Steph said OK, don't worry, consider it done.
But that left TG without a certificate for a 2013 RooCup.
So I called my son Andrew -- the only member of our family with an active facebook account -- and asked if he'd mind going onto the Kangaroo Express page and securing a 2013 RooCup certificate for Dear Old Dad.
"Sure," he said.
BUT once he'd done that, he called TG.
"Wow Dad," said Andrew. "I guess it's a good thing I don't want my own 2013 RooCup, since now I've sent my only certificate to you."
"Sorry son," said TG. That's a direct quote.
So I called Audrey -- kid number three with a facebook account, although hers had also been deactivated and she hadn't been "on" in awhile.
"Hey Audge," I said. "Do me a favor. Go on the Kangaroo Express facebook page and print out your certificate for a 2013 RooCup and give it to Andrew."
(I knew Audrey would not pout for a RooCup of her own. She's trying to drink less soda pop, not more.)
She said she would comply with my request. Later she called me.
"I went on facebook and saw that Andrew already got a certificate for a 2013 RooCup, so I didn't get mine for him to use because obviously he doesn't need it."
I briefly considered moving to Australia.
But: "Noooooo," I said. "Andrew got his certificate for Dad because Erica got her certificate for me to give to Joel, and now Andrew is out of sorts because he can't get his own RooCup, and now it's up to you to save the day."
"Oh," she said.
I still don't know if she got her 2013 RooCup certificate and gave it to Andrew. I'm almost afraid to ask.
One day Coke will run in the streets over this!
Meanwhile TG, having obtained his certificate via Andrew, printed it out. Last week he moseyed into the nearest Kangaroo Express to claim his prize.
He slapped the paper -- bearing a very official bar code and Andrew's facebook picture -- onto the counter and pointed to the staggering array of 2013 RooCups on the wall behind the male cashier.
"I've come to claim my 2013 RooCup," he announced. No need to beat around the bush.
The cashier looked at TG's paper in exactly the way proverbial calves gaze wide-eyed at new gates.
In other words, he did not appear to have the slightest idea what the "certificate" was for.
But he dutifully plucked a 2013 RooCup down from the wall behind him and put it on the counter for TG, who had his debit card out, all ready to swipe for six ninety-nine and applicable state, federal, and welfare entitlement taxes.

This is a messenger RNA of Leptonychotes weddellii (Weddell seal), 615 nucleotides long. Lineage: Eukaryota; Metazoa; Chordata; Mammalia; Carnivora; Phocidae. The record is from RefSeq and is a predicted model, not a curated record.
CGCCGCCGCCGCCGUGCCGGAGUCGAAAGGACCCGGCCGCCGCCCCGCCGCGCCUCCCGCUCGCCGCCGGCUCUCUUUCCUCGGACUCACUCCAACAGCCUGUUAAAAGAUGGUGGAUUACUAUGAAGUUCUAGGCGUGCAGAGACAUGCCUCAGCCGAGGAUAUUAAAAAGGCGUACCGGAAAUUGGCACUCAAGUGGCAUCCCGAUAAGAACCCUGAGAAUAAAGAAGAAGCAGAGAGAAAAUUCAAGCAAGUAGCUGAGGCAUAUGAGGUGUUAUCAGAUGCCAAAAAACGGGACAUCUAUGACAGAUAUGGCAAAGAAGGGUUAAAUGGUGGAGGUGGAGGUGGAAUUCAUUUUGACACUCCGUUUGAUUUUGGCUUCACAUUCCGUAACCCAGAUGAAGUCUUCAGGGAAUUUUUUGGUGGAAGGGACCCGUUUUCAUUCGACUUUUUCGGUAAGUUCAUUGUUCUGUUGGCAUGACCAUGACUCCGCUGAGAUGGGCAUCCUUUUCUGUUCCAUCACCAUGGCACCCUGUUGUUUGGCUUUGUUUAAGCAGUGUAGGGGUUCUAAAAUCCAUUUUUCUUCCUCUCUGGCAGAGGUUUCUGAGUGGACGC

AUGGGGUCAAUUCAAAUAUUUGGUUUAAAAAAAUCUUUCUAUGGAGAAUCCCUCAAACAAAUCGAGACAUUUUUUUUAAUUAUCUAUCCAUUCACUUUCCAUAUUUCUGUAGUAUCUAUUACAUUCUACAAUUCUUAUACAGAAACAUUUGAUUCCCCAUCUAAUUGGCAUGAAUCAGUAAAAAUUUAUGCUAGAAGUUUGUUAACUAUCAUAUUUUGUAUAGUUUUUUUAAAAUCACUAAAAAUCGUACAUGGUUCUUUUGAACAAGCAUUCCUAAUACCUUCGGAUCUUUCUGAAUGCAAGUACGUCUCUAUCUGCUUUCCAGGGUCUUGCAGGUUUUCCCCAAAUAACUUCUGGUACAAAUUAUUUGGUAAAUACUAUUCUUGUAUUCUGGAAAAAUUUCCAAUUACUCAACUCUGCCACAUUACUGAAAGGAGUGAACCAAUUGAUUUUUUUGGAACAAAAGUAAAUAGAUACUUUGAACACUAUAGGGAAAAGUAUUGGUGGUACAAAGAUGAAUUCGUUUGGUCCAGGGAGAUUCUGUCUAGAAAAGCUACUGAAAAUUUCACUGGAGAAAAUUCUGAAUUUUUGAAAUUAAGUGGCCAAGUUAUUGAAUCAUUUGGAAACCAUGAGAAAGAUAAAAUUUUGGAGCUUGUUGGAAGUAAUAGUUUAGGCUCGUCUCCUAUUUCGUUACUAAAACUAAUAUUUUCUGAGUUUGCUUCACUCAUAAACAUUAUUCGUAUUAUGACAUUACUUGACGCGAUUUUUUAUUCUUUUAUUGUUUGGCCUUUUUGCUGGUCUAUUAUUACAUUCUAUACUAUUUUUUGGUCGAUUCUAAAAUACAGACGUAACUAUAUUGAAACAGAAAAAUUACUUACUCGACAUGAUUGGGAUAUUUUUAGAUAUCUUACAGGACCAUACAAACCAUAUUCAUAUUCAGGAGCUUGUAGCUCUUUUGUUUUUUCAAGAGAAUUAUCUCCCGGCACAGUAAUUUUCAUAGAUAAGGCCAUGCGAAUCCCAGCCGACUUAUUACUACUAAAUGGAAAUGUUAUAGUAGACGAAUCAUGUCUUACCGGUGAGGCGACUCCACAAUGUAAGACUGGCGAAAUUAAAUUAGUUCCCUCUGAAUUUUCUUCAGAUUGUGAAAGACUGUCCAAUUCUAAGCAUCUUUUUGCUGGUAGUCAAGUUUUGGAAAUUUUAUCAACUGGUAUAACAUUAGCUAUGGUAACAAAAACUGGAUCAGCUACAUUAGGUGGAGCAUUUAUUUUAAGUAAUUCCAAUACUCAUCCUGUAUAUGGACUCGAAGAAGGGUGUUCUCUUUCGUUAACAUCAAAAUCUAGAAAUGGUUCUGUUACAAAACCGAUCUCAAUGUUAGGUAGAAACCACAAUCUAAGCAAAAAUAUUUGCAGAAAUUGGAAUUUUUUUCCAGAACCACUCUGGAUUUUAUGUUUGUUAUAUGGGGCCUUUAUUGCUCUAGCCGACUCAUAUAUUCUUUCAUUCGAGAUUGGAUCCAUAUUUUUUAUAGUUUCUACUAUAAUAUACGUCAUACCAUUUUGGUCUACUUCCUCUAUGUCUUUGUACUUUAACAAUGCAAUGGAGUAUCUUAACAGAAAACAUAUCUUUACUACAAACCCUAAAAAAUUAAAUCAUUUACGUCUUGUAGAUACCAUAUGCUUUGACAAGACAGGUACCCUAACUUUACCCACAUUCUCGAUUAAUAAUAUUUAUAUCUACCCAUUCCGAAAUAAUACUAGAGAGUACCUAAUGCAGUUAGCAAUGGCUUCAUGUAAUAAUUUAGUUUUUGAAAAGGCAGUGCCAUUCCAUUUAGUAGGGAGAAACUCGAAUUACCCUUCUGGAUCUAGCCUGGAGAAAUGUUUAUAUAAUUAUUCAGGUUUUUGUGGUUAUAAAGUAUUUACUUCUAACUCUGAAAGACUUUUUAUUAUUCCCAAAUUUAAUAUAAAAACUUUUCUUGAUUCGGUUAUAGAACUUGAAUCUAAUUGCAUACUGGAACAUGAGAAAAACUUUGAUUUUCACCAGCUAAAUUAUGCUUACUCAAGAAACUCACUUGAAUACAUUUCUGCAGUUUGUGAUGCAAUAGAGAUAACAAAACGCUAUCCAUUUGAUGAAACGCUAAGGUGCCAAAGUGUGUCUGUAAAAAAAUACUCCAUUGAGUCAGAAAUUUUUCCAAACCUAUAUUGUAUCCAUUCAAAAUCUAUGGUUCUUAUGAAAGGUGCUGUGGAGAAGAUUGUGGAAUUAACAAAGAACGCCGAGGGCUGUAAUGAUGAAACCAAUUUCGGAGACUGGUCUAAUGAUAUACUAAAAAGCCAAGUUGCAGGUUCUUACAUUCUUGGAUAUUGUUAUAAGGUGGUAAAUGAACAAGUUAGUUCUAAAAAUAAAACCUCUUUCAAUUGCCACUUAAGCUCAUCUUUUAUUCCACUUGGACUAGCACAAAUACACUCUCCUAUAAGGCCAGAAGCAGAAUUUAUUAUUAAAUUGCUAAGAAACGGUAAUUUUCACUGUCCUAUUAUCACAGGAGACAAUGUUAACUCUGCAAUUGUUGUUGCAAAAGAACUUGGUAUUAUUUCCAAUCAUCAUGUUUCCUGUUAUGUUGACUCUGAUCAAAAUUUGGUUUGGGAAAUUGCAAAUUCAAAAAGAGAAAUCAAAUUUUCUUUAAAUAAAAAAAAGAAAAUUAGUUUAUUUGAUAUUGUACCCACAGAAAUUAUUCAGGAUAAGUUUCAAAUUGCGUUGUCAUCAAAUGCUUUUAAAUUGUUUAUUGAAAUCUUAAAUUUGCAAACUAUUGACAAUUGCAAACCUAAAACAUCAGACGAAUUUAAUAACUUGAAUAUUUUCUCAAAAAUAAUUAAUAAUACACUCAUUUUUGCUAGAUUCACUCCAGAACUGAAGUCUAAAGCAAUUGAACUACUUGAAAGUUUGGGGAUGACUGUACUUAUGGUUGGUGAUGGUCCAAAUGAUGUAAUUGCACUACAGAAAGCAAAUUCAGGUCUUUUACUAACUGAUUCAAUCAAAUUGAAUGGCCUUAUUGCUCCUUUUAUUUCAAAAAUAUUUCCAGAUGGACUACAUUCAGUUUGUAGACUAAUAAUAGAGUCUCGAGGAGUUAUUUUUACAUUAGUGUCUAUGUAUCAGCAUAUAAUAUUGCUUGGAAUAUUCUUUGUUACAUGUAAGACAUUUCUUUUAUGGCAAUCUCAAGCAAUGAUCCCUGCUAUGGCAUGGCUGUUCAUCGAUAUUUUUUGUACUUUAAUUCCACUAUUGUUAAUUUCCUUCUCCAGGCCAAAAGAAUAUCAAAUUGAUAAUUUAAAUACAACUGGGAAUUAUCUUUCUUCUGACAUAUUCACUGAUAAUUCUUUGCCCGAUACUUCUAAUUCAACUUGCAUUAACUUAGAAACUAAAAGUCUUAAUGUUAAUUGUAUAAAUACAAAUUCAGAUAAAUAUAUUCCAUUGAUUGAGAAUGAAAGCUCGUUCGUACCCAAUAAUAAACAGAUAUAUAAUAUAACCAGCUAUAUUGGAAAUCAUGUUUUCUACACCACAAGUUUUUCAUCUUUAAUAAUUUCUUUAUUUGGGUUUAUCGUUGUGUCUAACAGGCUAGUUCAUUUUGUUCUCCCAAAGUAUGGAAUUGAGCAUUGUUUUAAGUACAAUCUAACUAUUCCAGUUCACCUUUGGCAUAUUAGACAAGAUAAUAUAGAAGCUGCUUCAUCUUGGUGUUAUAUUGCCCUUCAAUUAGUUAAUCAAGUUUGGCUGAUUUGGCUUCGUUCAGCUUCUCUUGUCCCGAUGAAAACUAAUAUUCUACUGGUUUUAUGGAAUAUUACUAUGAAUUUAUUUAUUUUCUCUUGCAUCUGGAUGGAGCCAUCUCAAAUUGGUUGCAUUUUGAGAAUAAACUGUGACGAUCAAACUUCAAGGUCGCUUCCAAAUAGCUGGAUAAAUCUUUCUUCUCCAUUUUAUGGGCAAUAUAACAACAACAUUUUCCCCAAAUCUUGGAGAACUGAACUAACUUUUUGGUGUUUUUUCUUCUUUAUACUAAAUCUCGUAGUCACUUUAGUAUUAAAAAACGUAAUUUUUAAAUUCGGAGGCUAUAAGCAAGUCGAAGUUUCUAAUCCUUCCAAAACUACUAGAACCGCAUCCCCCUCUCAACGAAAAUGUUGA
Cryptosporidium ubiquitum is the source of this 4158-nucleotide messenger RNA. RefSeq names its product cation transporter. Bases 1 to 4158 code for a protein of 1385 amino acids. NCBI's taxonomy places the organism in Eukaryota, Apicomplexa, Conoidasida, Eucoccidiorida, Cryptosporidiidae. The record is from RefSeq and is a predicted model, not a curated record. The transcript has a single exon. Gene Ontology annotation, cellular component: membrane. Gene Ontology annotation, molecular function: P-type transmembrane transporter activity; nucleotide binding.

There may have been a cosmic drumroll as the cashier scanned the bar code on TG's certificate.
A kangaroo angel got its wings.
"That'll be forty-nine cents," the clerk told TG.
Not seven dollars and forty-eight cents for a whole summer's worth of fizzy Coca-Cola refreshing my TG as he goes hither and yon on his many travels?
No. Forty-nine cents.
TG repeated what he said to the KE cashier back in March: "You're kidding me."
It could be there has been no small amount of misinformation surrounding the 2013 RooCup and various modes of getting yours into your hot little hand, should that be something to which you aspire.
This article may explain it.
To summarize, I think the "certificate" obtained by "liking" the Kangaroo Express on facebook was just for laying claim to your cup a week earlier -- like, on April 24th -- than everyone else who had to wait until the official 2013 RooCup purchase date of May first.
In other words, it was meant as a Pre-Roo-gistration gimmick.
All this sturm und drang over a Machiavellian marketing ploy by Kangaroo Express.
But seriously? The certificate TG thought he needed -- but apparently didn't, after all -- got him his 2013 RooCup for free.
Except for taxes.
We know we'll always pay the taxes.
Hey! I've got seven fifty and all this storytelling has made me thirsty. Going now to find the nearest Kangaroo Express, y'all.
Happy Monday ~ Happy Week